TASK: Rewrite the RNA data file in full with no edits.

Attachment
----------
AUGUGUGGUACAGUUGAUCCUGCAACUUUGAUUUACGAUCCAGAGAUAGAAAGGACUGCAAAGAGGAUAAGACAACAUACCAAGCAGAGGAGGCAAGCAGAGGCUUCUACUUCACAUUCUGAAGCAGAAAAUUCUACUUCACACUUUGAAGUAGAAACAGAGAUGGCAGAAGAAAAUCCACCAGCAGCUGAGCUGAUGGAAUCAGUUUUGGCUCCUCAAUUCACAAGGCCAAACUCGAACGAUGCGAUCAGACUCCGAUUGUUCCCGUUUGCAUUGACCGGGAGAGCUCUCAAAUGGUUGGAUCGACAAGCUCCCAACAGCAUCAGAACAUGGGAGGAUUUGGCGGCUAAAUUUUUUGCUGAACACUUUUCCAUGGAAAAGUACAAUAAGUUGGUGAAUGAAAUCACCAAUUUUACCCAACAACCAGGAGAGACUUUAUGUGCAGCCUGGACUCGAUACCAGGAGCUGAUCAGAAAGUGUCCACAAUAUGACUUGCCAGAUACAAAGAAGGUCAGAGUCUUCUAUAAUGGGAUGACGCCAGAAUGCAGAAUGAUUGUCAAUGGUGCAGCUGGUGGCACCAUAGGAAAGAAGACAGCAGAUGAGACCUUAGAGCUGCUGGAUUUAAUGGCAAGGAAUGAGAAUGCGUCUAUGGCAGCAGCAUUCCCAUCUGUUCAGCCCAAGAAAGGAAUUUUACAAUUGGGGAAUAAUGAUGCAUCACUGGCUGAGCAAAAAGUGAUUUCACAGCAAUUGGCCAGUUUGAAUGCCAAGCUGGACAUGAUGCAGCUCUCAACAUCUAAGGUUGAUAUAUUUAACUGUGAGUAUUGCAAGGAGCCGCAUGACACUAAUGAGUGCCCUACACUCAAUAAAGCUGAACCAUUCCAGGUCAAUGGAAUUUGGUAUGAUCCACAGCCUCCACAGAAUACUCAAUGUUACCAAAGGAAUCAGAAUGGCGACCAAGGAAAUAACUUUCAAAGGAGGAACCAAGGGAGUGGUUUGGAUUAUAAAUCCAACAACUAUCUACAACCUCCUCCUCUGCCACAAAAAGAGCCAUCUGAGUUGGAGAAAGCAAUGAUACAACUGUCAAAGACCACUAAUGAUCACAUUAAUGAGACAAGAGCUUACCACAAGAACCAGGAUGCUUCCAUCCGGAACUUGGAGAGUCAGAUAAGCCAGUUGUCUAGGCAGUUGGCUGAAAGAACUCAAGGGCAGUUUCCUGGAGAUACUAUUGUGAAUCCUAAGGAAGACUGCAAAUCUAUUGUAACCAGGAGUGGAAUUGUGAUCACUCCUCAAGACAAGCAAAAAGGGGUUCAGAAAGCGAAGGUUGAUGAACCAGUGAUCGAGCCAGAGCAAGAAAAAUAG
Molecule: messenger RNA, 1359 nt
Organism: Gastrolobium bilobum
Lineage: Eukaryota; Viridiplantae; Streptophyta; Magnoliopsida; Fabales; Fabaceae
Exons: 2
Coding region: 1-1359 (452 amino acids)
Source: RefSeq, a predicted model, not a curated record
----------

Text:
AUGUGUGGUACAGUUGAUCCUGCAACUUUGAUUUACGAUCCAGAGAUAGAAAGGACUGCAAAGAGGAUAAGACAACAUACCAAGCAGAGGAGGCAAGCAGAGGCUUCUACUUCACAUUCUGAAGCAGAAAAUUCUACUUCACACUUUGAAGUAGAAACAGAGAUGGCAGAAGAAAAUCCACCAGCAGCUGAGCUGAUGGAAUCAGUUUUGGCUCCUCAAUUCACAAGGCCAAACUCGAACGAUGCGAUCAGACUCCGAUUGUUCCCGUUUGCAUUGACCGGGAGAGCUCUCAAAUGGUUGGAUCGACAAGCUCCCAACAGCAUCAGAACAUGGGAGGAUUUGGCGGCUAAAUUUUUUGCUGAACACUUUUCCAUGGAAAAGUACAAUAAGUUGGUGAAUGAAAUCACCAAUUUUACCCAACAACCAGGAGAGACUUUAUGUGCAGCCUGGACUCGAUACCAGGAGCUGAUCAGAAAGUGUCCACAAUAUGACUUGCCAGAUACAAAGAAGGUCAGAGUCUUCUAUAAUGGGAUGACGCCAGAAUGCAGAAUGAUUGUCAAUGGUGCAGCUGGUGGCACCAUAGGAAAGAAGACAGCAGAUGAGACCUUAGAGCUGCUGGAUUUAAUGGCAAGGAAUGAGAAUGCGUCUAUGGCAGCAGCAUUCCCAUCUGUUCAGCCCAAGAAAGGAAUUUUACAAUUGGGGAAUAAUGAUGCAUCACUGGCUGAGCAAAAAGUGAUUUCACAGCAAUUGGCCAGUUUGAAUGCCAAGCUGGACAUGAUGCAGCUCUCAACAUCUAAGGUUGAUAUAUUUAACUGUGAGUAUUGCAAGGAGCCGCAUGACACUAAUGAGUGCCCUACACUCAAUAAAGCUGAACCAUUCCAGGUCAAUGGAAUUUGGUAUGAUCCACAGCCUCCACAGAAUACUCAAUGUUACCAAAGGAAUCAGAAUGGCGACCAAGGAAAUAACUUUCAAAGGAGGAACCAAGGGAGUGGUUUGGAUUAUAAAUCCAACAACUAUCUACAACCUCCUCCUCUGCCACAAAAAGAGCCAUCUGAGUUGGAGAAAGCAAUGAUACAACUGUCAAAGACCACUAAUGAUCACAUUAAUGAGACAAGAGCUUACCACAAGAACCAGGAUGCUUCCAUCCGGAACUUGGAGAGUCAGAUAAGCCAGUUGUCUAGGCAGUUGGCUGAAAGAACUCAAGGGCAGUUUCCUGGAGAUACUAUUGUGAAUCCUAAGGAAGACUGCAAAUCUAUUGUAACCAGGAGUGGAAUUGUGAUCACUCCUCAAGACAAGCAAAAAGGGGUUCAGAAAGCGAAGGUUGAUGAACCAGUGAUCGAGCCAGAGCAAGAAAAAUAG
Molecule: messenger RNA, 1359 nt
Organism: Gastrolobium bilobum
Lineage: Eukaryota; Viridiplantae; Streptophyta; Magnoliopsida; Fabales; Fabaceae
Exons: 2
Coding region: 1-1359 (452 amino acids)
Source: RefSeq, a predicted model, not a curated record